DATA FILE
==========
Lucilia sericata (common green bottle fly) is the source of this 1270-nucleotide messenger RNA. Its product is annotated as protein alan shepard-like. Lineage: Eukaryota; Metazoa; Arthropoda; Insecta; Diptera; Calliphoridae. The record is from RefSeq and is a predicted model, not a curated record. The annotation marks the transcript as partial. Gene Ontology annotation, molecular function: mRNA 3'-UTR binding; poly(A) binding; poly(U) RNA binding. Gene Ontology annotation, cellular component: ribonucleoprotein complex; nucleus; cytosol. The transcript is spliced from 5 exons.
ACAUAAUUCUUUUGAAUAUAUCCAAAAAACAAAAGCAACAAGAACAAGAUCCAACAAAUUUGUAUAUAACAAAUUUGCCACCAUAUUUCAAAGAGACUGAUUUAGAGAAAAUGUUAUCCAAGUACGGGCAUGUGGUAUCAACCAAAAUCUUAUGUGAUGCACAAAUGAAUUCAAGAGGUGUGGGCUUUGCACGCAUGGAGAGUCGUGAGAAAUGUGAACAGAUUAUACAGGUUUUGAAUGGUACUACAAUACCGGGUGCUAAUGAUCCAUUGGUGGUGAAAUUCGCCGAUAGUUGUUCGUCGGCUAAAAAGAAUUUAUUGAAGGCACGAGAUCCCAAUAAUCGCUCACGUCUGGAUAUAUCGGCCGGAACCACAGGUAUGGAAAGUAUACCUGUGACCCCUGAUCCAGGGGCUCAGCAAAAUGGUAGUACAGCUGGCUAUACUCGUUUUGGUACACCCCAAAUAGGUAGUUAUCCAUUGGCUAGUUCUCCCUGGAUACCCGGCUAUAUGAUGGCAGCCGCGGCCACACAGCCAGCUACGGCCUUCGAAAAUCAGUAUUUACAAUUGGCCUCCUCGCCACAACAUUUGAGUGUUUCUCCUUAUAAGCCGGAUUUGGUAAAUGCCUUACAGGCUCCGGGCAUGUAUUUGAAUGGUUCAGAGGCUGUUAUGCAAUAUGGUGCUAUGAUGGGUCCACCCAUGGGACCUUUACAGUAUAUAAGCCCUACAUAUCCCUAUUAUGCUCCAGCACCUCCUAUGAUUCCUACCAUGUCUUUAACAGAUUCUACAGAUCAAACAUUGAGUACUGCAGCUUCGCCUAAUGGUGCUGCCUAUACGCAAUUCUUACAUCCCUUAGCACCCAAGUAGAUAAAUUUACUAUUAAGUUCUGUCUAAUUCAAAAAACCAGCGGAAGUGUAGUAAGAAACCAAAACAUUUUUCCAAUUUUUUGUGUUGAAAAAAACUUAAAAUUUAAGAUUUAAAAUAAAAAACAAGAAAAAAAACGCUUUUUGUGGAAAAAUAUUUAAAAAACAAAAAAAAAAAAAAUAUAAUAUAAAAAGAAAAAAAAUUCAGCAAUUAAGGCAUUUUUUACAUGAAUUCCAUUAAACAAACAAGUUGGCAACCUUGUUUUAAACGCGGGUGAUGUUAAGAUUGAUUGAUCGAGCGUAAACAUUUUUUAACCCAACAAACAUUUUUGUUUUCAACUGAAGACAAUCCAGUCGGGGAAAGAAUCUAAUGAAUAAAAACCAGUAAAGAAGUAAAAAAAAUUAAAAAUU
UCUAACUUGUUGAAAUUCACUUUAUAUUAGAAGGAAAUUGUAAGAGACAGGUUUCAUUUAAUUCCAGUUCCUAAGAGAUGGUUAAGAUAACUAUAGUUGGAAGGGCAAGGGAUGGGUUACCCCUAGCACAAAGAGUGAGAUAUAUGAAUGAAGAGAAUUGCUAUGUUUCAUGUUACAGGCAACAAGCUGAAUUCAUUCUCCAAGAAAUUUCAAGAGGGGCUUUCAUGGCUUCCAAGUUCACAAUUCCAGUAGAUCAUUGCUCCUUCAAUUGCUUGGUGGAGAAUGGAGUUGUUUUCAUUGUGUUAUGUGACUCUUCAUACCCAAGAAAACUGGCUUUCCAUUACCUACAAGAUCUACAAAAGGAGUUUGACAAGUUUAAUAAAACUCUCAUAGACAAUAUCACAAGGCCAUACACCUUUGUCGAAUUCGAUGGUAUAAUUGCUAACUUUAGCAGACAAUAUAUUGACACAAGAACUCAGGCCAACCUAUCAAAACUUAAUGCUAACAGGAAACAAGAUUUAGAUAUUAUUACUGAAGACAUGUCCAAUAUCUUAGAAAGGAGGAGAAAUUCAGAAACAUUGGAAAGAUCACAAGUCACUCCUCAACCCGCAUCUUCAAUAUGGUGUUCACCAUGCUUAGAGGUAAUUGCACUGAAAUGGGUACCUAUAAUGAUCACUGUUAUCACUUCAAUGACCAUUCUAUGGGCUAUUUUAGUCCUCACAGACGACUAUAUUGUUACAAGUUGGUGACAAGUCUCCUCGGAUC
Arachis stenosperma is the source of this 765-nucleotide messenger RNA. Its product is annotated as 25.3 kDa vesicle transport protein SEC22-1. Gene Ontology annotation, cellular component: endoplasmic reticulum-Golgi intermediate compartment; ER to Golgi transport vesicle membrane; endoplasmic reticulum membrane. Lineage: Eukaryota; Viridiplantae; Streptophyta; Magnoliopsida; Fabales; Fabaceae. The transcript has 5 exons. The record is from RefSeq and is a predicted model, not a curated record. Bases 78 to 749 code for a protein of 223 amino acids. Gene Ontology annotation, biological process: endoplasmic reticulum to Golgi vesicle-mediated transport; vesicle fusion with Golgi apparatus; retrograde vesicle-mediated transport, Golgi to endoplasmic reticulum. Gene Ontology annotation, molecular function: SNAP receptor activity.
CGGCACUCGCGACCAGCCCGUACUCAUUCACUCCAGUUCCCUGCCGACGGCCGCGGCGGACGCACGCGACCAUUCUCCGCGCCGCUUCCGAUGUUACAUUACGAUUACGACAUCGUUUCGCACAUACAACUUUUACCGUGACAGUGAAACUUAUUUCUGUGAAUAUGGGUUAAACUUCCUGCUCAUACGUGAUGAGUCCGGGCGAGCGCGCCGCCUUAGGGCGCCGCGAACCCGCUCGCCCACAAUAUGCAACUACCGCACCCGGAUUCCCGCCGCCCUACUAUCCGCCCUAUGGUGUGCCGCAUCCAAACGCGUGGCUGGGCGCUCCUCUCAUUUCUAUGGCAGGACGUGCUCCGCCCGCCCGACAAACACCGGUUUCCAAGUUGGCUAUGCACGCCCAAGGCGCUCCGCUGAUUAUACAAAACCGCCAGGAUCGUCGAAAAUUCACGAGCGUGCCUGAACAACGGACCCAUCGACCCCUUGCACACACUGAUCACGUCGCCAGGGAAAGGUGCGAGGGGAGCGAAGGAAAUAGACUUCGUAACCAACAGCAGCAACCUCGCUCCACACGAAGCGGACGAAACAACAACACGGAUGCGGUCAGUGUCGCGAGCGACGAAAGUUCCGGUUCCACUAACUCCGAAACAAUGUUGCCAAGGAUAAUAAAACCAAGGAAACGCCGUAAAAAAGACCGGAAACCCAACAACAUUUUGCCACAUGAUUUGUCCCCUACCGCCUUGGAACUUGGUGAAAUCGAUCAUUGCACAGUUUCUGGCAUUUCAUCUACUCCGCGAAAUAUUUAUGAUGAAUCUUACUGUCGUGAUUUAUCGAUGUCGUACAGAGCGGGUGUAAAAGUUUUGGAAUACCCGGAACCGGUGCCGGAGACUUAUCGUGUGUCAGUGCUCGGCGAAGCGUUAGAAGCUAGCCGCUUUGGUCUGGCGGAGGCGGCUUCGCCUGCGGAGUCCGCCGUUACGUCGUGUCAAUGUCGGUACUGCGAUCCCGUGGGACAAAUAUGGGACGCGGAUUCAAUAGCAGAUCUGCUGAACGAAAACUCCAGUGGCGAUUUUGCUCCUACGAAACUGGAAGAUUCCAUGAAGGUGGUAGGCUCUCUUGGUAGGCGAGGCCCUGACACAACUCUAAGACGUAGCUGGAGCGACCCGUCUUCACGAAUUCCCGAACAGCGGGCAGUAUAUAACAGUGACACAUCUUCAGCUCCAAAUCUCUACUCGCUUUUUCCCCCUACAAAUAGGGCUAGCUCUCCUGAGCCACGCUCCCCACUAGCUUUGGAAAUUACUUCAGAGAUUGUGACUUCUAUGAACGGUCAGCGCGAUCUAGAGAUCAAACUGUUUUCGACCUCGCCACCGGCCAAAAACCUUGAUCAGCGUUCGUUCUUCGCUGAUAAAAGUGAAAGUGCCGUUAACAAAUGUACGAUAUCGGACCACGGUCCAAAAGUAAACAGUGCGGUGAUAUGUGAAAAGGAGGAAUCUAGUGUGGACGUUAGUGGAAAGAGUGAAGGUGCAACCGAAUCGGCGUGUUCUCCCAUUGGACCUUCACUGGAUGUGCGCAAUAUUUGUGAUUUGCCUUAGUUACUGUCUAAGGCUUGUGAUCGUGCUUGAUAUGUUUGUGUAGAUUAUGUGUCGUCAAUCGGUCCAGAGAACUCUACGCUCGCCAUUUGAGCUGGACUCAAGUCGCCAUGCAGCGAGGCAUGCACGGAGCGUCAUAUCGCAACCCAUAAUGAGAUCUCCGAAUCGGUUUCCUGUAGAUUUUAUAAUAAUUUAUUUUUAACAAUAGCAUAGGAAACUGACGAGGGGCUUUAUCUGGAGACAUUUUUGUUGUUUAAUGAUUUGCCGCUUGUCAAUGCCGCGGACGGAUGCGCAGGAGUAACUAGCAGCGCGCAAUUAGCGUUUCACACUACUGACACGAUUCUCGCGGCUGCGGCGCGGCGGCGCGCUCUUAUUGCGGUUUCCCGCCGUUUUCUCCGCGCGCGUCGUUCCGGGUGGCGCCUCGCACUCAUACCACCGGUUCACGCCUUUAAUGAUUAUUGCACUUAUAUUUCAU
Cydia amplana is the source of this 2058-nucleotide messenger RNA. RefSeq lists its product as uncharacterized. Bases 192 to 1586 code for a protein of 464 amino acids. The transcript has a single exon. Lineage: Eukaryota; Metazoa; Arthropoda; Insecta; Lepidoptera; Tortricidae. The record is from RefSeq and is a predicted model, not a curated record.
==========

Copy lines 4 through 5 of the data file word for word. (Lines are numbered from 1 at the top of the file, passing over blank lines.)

Arachis stenosperma is the source of this 765-nucleotide messenger RNA. Its product is annotated as 25.3 kDa vesicle transport protein SEC22-1. Gene Ontology annotation, cellular component: endoplasmic reticulum-Golgi intermediate compartment; ER to Golgi transport vesicle membrane; endoplasmic reticulum membrane. Lineage: Eukaryota; Viridiplantae; Streptophyta; Magnoliopsida; Fabales; Fabaceae. The transcript has 5 exons. The record is from RefSeq and is a predicted model, not a curated record. Bases 78 to 749 code for a protein of 223 amino acids. Gene Ontology annotation, biological process: endoplasmic reticulum to Golgi vesicle-mediated transport; vesicle fusion with Golgi apparatus; retrograde vesicle-mediated transport, Golgi to endoplasmic reticulum. Gene Ontology annotation, molecular function: SNAP receptor activity.
CGGCACUCGCGACCAGCCCGUACUCAUUCACUCCAGUUCCCUGCCGACGGCCGCGGCGGACGCACGCGACCAUUCUCCGCGCCGCUUCCGAUGUUACAUUACGAUUACGACAUCGUUUCGCACAUACAACUUUUACCGUGACAGUGAAACUUAUUUCUGUGAAUAUGGGUUAAACUUCCUGCUCAUACGUGAUGAGUCCGGGCGAGCGCGCCGCCUUAGGGCGCCGCGAACCCGCUCGCCCACAAUAUGCAACUACCGCACCCGGAUUCCCGCCGCCCUACUAUCCGCCCUAUGGUGUGCCGCAUCCAAACGCGUGGCUGGGCGCUCCUCUCAUUUCUAUGGCAGGACGUGCUCCGCCCGCCCGACAAACACCGGUUUCCAAGUUGGCUAUGCACGCCCAAGGCGCUCCGCUGAUUAUACAAAACCGCCAGGAUCGUCGAAAAUUCACGAGCGUGCCUGAACAACGGACCCAUCGACCCCUUGCACACACUGAUCACGUCGCCAGGGAAAGGUGCGAGGGGAGCGAAGGAAAUAGACUUCGUAACCAACAGCAGCAACCUCGCUCCACACGAAGCGGACGAAACAACAACACGGAUGCGGUCAGUGUCGCGAGCGACGAAAGUUCCGGUUCCACUAACUCCGAAACAAUGUUGCCAAGGAUAAUAAAACCAAGGAAACGCCGUAAAAAAGACCGGAAACCCAACAACAUUUUGCCACAUGAUUUGUCCCCUACCGCCUUGGAACUUGGUGAAAUCGAUCAUUGCACAGUUUCUGGCAUUUCAUCUACUCCGCGAAAUAUUUAUGAUGAAUCUUACUGUCGUGAUUUAUCGAUGUCGUACAGAGCGGGUGUAAAAGUUUUGGAAUACCCGGAACCGGUGCCGGAGACUUAUCGUGUGUCAGUGCUCGGCGAAGCGUUAGAAGCUAGCCGCUUUGGUCUGGCGGAGGCGGCUUCGCCUGCGGAGUCCGCCGUUACGUCGUGUCAAUGUCGGUACUGCGAUCCCGUGGGACAAAUAUGGGACGCGGAUUCAAUAGCAGAUCUGCUGAACGAAAACUCCAGUGGCGAUUUUGCUCCUACGAAACUGGAAGAUUCCAUGAAGGUGGUAGGCUCUCUUGGUAGGCGAGGCCCUGACACAACUCUAAGACGUAGCUGGAGCGACCCGUCUUCACGAAUUCCCGAACAGCGGGCAGUAUAUAACAGUGACACAUCUUCAGCUCCAAAUCUCUACUCGCUUUUUCCCCCUACAAAUAGGGCUAGCUCUCCUGAGCCACGCUCCCCACUAGCUUUGGAAAUUACUUCAGAGAUUGUGACUUCUAUGAACGGUCAGCGCGAUCUAGAGAUCAAACUGUUUUCGACCUCGCCACCGGCCAAAAACCUUGAUCAGCGUUCGUUCUUCGCUGAUAAAAGUGAAAGUGCCGUUAACAAAUGUACGAUAUCGGACCACGGUCCAAAAGUAAACAGUGCGGUGAUAUGUGAAAAGGAGGAAUCUAGUGUGGACGUUAGUGGAAAGAGUGAAGGUGCAACCGAAUCGGCGUGUUCUCCCAUUGGACCUUCACUGGAUGUGCGCAAUAUUUGUGAUUUGCCUUAGUUACUGUCUAAGGCUUGUGAUCGUGCUUGAUAUGUUUGUGUAGAUUAUGUGUCGUCAAUCGGUCCAGAGAACUCUACGCUCGCCAUUUGAGCUGGACUCAAGUCGCCAUGCAGCGAGGCAUGCACGGAGCGUCAUAUCGCAACCCAUAAUGAGAUCUCCGAAUCGGUUUCCUGUAGAUUUUAUAAUAAUUUAUUUUUAACAAUAGCAUAGGAAACUGACGAGGGGCUUUAUCUGGAGACAUUUUUGUUGUUUAAUGAUUUGCCGCUUGUCAAUGCCGCGGACGGAUGCGCAGGAGUAACUAGCAGCGCGCAAUUAGCGUUUCACACUACUGACACGAUUCUCGCGGCUGCGGCGCGGCGGCGCGCUCUUAUUGCGGUUUCCCGCCGUUUUCUCCGCGCGCGUCGUUCCGGGUGGCGCCUCGCACUCAUACCACCGGUUCACGCCUUUAAUGAUUAUUGCACUUAUAUUUCAU